US crime and intelligence agencies could be granted access to Australian technology companies' data if a new bilateral deal is passed.
Australia's Home Affairs Minister Peter Dutton and US Attorney-General William Barr have entered formal discussions to enact an agreement underpinned by the US’ CLOUD Act, which enables American law enforcement to access data held overseas by US companies.
If legislated, the act would compel Australian service providers to hand over data to US authorities, and vice-versa, if presented with a warrant or subpoena by law enforcement agencies or the courts.
Announced during a meeting held in Washington on 7 October, the bilateral agreement would be itself underpinned by Australian legislation “yet to be introduced”, according to a statement from Dutton.
“Current processes for obtaining electronic information held by service providers in other countries risk the loss of evidence and unacceptable delays to criminal justice outcomes,” Dutton said.
Citing issues such as terrorism and child exploitation, Dutton claimed the act would “strike the balance” or allowing authorities to “move forward without delay, but within the law”, although stressed there was still some way to go before the agreement is finalised.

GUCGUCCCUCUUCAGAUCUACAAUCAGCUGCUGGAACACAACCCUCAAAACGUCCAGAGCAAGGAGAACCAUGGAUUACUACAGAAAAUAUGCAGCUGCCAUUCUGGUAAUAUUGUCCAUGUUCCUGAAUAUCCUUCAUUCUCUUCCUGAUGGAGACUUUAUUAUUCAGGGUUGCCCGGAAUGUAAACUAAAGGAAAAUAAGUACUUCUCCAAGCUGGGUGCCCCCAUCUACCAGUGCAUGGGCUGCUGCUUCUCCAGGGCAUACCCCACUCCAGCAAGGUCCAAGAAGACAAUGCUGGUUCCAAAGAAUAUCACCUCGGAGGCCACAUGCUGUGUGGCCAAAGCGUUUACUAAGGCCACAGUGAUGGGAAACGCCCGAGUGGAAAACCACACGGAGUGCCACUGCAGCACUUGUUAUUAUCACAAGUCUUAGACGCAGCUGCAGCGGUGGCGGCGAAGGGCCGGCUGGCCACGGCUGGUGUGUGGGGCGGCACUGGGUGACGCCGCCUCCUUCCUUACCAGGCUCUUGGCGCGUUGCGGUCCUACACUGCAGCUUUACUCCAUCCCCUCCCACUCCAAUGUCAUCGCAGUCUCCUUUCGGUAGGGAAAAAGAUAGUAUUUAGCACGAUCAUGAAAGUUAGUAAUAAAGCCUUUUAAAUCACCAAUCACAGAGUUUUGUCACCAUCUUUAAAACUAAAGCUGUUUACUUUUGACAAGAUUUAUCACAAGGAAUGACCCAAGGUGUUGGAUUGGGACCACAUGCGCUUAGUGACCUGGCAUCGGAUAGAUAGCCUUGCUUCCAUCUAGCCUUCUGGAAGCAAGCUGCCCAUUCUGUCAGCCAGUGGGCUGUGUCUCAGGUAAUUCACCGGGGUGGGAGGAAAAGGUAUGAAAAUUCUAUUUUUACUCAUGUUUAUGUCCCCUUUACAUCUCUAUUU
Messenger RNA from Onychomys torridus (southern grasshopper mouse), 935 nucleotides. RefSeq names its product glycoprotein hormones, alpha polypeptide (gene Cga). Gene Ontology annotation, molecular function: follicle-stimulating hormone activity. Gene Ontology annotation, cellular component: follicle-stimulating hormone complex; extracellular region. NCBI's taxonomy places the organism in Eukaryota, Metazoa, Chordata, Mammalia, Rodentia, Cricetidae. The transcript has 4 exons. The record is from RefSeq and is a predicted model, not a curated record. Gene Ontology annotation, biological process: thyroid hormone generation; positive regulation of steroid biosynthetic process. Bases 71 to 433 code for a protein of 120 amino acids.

The CLOUD Act first passed in the US in March 2018 and was spurred by a protracted legal fight between Microsoft and the US Department of Justice over access to emails stored in an Irish data centre.
Previously the US had relied on the mutual legal assistance (MLA) process to access electronic data held overseas and introduced the CLOUD Act as a legal framework aimed at speeding up the process of obtaining the data.
Barr reiterated that bilateral agreements would only apply to foreign partners with “robust protections for privacy and civil liberties, such as Australia”.
However, in July this year, Australia’s Law Council warned that the recently passed ‘encryption’ legislation would prevent local law enforcement agencies from qualifying for the CLOUD Act.
In a submission to an inquiry examining the 2018 legislation, the Law Council warned that the US law “affords robust substantive and procedural protections for privacy and civil liberties in light of the data collection”, something foreign governments would also be subjected to.
As such, the submission claimed The Telecommunications and Other Legislation Amendment (Assistance and Access) Act 2018 was in this way “insufficient” to allow Australia to qualify for entry.